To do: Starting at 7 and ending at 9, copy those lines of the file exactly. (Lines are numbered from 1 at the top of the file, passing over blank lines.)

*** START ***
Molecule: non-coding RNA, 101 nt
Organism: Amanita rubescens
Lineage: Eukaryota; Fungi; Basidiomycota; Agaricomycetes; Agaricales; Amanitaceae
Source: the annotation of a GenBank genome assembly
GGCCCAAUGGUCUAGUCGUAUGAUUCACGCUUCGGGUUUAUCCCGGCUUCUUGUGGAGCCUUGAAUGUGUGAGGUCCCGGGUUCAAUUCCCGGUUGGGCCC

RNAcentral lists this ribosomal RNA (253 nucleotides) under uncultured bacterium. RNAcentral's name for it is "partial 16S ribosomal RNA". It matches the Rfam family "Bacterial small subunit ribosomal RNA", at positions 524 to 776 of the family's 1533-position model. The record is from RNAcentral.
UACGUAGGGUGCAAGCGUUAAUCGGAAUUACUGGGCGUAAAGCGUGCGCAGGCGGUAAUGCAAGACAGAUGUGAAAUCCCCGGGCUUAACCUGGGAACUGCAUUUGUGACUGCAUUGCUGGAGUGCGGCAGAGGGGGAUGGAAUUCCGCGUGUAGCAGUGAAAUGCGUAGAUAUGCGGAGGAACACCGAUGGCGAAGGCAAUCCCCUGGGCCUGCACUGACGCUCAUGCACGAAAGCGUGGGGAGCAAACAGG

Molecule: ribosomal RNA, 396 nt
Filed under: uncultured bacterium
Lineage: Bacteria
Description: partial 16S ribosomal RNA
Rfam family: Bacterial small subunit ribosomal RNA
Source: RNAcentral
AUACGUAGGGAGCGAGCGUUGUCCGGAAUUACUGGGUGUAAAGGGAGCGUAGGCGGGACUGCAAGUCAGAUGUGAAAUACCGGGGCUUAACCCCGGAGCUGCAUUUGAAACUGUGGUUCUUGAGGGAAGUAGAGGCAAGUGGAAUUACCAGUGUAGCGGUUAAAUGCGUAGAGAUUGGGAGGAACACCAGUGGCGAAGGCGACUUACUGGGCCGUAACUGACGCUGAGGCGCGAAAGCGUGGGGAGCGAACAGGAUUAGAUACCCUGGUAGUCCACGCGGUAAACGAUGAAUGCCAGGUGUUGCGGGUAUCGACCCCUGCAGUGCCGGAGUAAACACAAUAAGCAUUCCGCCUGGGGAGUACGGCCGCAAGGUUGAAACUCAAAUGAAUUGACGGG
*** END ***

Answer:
UACGUAGGGUGCAAGCGUUAAUCGGAAUUACUGGGCGUAAAGCGUGCGCAGGCGGUAAUGCAAGACAGAUGUGAAAUCCCCGGGCUUAACCUGGGAACUGCAUUUGUGACUGCAUUGCUGGAGUGCGGCAGAGGGGGAUGGAAUUCCGCGUGUAGCAGUGAAAUGCGUAGAUAUGCGGAGGAACACCGAUGGCGAAGGCAAUCCCCUGGGCCUGCACUGACGCUCAUGCACGAAAGCGUGGGGAGCAAACAGG

Molecule: ribosomal RNA, 396 nt
Filed under: uncultured bacterium